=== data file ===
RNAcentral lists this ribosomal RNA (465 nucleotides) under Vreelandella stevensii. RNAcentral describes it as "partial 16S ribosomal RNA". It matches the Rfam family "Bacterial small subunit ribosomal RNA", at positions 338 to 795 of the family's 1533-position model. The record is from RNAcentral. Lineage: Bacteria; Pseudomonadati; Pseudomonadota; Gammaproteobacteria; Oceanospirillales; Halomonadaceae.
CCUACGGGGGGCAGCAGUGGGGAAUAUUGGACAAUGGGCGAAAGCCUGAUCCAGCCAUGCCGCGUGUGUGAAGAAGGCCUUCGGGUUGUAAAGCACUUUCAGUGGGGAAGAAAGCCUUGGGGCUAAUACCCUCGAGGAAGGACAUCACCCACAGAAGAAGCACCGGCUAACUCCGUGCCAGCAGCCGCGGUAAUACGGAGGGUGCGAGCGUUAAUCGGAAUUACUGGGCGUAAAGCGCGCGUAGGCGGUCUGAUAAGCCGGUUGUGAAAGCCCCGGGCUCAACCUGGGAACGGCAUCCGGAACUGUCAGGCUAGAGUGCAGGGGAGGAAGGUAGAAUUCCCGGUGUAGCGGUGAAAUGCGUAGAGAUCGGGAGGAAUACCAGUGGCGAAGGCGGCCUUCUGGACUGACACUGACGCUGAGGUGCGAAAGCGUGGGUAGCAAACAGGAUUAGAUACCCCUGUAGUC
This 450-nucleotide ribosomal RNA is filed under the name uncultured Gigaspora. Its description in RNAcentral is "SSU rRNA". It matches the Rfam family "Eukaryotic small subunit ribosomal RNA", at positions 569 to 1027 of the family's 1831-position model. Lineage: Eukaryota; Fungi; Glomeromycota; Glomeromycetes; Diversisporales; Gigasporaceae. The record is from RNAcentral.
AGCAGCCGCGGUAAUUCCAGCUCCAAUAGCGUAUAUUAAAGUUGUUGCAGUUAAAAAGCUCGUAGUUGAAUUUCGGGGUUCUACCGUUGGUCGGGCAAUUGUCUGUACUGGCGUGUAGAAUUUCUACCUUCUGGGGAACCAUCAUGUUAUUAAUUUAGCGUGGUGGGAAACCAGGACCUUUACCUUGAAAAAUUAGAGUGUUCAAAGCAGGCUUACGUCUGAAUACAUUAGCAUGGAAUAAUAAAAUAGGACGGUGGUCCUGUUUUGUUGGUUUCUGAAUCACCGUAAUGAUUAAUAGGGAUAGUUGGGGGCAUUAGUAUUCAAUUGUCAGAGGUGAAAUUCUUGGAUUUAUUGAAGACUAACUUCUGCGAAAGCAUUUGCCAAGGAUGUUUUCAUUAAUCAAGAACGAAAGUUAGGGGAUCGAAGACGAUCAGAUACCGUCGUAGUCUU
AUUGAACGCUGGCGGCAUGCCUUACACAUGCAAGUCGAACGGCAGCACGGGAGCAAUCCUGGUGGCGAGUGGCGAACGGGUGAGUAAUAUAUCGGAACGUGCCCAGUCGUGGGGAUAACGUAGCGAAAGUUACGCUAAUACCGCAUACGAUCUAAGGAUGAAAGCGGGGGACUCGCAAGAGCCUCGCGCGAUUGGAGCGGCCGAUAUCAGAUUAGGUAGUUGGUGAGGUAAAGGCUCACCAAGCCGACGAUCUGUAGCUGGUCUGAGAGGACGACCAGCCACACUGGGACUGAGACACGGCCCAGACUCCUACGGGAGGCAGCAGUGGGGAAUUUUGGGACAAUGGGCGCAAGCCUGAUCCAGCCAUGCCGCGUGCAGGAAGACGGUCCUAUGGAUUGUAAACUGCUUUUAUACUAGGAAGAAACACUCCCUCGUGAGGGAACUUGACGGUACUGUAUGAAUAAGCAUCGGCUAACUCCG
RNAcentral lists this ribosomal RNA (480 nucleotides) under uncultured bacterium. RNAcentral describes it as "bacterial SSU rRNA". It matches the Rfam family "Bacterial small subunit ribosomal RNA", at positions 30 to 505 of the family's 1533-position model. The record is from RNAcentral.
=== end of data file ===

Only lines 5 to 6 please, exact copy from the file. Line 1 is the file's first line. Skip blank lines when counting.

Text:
AUUGAACGCUGGCGGCAUGCCUUACACAUGCAAGUCGAACGGCAGCACGGGAGCAAUCCUGGUGGCGAGUGGCGAACGGGUGAGUAAUAUAUCGGAACGUGCCCAGUCGUGGGGAUAACGUAGCGAAAGUUACGCUAAUACCGCAUACGAUCUAAGGAUGAAAGCGGGGGACUCGCAAGAGCCUCGCGCGAUUGGAGCGGCCGAUAUCAGAUUAGGUAGUUGGUGAGGUAAAGGCUCACCAAGCCGACGAUCUGUAGCUGGUCUGAGAGGACGACCAGCCACACUGGGACUGAGACACGGCCCAGACUCCUACGGGAGGCAGCAGUGGGGAAUUUUGGGACAAUGGGCGCAAGCCUGAUCCAGCCAUGCCGCGUGCAGGAAGACGGUCCUAUGGAUUGUAAACUGCUUUUAUACUAGGAAGAAACACUCCCUCGUGAGGGAACUUGACGGUACUGUAUGAAUAAGCAUCGGCUAACUCCG
RNAcentral lists this ribosomal RNA (480 nucleotides) under uncultured bacterium. RNAcentral describes it as "bacterial SSU rRNA". It matches the Rfam family "Bacterial small subunit ribosomal RNA", at positions 30 to 505 of the family's 1533-position model. The record is from RNAcentral.